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Re: Fwd: Should package.el support notifying on package security updates

From: Tim Cross
Subject: Re: Fwd: Should package.el support notifying on package security updates?
Date: Thu, 25 Aug 2022 14:33:02 +1000
User-agent: mu4e 1.8.9; emacs 29.0.50

Richard Stallman <rms@gnu.org> writes:

> [[[ To any NSA and FBI agents reading my email: please consider    ]]]
> [[[ whether defending the US Constitution against all enemies,     ]]]
> [[[ foreign or domestic, requires you to follow Snowden's example. ]]]
>   > That makes sense. But I only brought up the MELPA example because I
>   > recently encountered a security bug in a MELPA package. There's no reason
>   > ELPA packages can't have similar security bugs (I just don't have an
>   > example of this at the moment), and I figured it might be a good idea to
>   > have some support for making it easier for users to quickly get security
>   > updates for packages, regardless of what repository they're using.
> We can do that for the repositories that we support, whose packages we
> can fix or whose maintainers have some relationship with us.  We have
> no relationship with MELPA -- if you use that, you're on your own.
> We do copy some packages from MELPA into NonGNU ELPA.  It takes a
> little discussion, making sure the package does and will satisfy some
> basic criteria.  But if the package is popular, we're glad to do that.
> You can ask us to move the packages you use, if they are popular.
> Do we support the NonGNU ELPA packages well enough now
> for security updates?

No and nor are the main elpa packages supported sufficiently enough to
implement a concept of security updates.

Once yhou distinguish updates such that you now include security updates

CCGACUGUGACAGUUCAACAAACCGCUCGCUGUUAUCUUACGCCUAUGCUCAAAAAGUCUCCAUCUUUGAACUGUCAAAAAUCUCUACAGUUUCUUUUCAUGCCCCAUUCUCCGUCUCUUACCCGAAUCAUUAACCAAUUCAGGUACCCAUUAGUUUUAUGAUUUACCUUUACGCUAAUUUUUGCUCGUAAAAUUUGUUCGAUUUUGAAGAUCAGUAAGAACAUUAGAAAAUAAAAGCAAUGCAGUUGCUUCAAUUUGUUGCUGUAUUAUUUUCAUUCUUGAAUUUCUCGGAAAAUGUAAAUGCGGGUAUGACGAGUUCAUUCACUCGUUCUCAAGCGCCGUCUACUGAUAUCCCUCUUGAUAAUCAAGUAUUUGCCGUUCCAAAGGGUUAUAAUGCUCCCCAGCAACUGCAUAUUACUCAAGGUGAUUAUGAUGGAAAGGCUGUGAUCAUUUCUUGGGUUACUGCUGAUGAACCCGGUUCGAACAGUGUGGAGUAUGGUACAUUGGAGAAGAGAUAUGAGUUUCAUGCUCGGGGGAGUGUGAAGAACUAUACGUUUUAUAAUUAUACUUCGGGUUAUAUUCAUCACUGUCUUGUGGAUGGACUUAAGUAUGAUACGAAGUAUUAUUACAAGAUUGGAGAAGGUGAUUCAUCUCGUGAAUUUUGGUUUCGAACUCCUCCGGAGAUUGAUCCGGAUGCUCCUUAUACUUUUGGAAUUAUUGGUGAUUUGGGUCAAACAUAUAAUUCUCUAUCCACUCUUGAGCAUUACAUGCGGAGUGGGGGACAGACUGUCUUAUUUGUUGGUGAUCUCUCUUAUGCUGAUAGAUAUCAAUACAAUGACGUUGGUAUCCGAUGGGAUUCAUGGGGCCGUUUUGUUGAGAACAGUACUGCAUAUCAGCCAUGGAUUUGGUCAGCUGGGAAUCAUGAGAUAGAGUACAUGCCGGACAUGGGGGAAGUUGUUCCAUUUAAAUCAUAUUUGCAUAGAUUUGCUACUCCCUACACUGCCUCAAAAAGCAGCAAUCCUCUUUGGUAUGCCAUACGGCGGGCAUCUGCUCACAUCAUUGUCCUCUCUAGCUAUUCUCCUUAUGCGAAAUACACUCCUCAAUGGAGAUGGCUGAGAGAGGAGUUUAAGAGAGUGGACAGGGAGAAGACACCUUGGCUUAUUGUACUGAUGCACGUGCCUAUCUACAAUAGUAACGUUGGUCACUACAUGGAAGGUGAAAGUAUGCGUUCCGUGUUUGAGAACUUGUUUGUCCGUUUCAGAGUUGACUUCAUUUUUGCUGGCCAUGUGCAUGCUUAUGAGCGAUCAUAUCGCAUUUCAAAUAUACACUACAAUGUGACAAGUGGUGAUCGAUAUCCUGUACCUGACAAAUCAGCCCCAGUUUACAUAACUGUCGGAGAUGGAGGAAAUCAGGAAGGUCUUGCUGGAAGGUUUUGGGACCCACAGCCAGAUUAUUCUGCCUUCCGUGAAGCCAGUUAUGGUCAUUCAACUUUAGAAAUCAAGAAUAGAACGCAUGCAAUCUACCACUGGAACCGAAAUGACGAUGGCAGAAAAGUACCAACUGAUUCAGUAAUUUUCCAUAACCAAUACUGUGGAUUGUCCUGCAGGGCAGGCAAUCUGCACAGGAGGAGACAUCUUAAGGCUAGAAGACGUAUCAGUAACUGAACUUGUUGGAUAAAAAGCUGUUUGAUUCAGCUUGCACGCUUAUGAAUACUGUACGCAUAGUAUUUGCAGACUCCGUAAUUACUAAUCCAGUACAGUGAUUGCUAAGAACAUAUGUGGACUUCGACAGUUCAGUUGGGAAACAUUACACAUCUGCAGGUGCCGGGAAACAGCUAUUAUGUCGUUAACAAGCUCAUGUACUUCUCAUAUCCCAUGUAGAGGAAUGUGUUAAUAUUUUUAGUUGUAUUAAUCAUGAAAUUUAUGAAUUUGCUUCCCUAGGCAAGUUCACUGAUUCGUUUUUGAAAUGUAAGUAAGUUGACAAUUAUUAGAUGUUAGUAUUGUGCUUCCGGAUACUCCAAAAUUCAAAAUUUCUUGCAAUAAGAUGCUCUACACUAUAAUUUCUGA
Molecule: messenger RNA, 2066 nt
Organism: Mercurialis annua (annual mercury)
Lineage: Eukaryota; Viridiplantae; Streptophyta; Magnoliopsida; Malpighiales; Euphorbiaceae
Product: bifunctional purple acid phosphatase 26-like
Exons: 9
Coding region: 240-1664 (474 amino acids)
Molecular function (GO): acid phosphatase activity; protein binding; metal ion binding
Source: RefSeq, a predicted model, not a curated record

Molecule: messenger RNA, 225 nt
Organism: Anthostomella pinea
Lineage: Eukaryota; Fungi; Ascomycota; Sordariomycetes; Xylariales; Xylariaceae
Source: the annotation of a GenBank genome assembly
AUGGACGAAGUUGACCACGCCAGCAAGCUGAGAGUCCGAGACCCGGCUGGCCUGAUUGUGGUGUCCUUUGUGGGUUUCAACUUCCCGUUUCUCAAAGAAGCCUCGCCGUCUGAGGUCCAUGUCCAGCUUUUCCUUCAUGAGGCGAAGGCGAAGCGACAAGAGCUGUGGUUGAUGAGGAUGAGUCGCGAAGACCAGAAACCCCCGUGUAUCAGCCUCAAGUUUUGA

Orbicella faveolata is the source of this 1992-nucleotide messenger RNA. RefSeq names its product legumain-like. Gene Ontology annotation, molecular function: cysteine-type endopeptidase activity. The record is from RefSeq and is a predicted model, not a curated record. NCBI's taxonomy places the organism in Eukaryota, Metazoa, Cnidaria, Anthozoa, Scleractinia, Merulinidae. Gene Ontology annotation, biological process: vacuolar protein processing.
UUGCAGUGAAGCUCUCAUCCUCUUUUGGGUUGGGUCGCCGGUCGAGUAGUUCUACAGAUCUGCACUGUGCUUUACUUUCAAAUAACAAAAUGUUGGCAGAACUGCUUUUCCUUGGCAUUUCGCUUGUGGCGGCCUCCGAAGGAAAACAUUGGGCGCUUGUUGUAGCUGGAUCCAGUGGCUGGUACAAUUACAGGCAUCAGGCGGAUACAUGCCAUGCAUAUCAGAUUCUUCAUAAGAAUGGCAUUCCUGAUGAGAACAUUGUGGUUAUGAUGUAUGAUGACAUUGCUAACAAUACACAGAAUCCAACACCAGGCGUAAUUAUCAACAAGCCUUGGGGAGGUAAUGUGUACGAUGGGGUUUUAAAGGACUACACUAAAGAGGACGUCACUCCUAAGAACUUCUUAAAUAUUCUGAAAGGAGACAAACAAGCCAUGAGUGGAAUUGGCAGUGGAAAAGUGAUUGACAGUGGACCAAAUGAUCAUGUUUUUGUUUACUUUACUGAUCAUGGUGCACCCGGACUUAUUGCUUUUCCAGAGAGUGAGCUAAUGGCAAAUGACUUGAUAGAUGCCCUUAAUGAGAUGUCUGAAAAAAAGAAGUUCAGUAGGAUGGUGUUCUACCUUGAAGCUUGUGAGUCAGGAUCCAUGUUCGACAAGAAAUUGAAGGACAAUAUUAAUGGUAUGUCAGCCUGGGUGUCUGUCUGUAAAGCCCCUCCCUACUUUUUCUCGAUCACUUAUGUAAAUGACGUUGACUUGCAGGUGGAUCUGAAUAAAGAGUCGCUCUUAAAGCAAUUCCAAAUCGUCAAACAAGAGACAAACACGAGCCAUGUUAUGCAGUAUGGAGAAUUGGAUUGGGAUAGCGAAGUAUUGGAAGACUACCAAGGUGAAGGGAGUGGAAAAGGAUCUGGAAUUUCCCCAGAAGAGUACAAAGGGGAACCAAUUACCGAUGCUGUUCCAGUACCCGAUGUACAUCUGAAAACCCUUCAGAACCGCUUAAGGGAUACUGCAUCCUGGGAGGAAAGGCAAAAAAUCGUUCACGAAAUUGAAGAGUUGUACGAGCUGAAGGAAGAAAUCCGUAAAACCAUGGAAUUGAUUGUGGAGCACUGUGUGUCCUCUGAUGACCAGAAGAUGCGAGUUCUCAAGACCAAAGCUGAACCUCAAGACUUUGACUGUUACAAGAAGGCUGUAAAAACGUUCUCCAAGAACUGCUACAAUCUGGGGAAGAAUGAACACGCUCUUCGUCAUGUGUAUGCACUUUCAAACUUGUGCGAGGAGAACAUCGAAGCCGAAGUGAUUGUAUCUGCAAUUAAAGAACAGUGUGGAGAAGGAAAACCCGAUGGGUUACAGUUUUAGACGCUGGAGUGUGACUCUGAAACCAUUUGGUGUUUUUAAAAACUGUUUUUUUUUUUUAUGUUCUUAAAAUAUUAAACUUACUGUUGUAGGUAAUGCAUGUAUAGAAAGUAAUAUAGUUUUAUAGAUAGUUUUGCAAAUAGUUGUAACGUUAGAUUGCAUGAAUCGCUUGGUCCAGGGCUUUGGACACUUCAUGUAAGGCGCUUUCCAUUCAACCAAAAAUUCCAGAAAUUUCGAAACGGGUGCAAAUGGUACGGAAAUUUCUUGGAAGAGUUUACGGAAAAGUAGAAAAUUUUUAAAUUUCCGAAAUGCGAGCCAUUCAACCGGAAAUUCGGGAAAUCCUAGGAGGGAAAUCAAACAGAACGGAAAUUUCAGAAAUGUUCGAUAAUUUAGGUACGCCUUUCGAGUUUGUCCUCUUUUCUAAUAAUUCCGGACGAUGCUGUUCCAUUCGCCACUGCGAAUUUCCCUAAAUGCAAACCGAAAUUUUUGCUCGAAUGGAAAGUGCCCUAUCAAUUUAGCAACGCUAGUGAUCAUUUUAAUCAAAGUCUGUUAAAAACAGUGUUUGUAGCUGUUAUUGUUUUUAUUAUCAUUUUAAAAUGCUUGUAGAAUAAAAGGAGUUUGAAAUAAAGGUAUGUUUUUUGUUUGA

(in a similar manner to GNU Linux distributions like Debian, Fedora
etc), you create the expectation that

- there is some formal review and management of security issues. There

- Packages are being reviewed and monitored for security issues. They
  are not.

- Updates not flagged as security updates do not have a security
  implication. This may not be true.

Essentially, all this will do is create a false sense of security. Users
will believe that provided they have applied all packages marked as
security updates that their system has no packages with known security
issues. As we don't have any formal tracking or management of security
issues and as we don't do any systematic or formal review of packages in
either GNU ELPA or non-GNU ELPA, we cannot provide and we should not
give the impression of providing any level of security assurance. In
fact, we should likely go completely the other direction and educate
users that when they add packages, especially non-GNU packages, it is
completely at their own risk.

The main reason there hasn't been a major security issue with Emacs and
the package system is down to good luck, not due to good security
policy. If Emacs was more popular and had a larger user base, making it
a richer target for those interested in compromising systems, we would
see similar problems to those experienced by NPM, Google and Apple
stores etc. All that is really protecting us now is that the rewards for
doing such are lower than the effort required to pull it off and we have
a few people who do informal scanning/reviewing of code (which is great,
but provides little formal assurance and is unlikely to pick up cleverly
crafted exploits which are designed to defeat such informal scans).  

What we could do which may provide some benefit to users is implement a
policy or practice which encourages package maintainers to label
security related changes in change logs or readme files in a specific
manner/format which makes them easy to spot. It is likely those who are
interested in security issues will check these files before applying
updates anyway. Those who just blindly apply updates are unlikely to
really be paying sufficient attention to security risks to benefit

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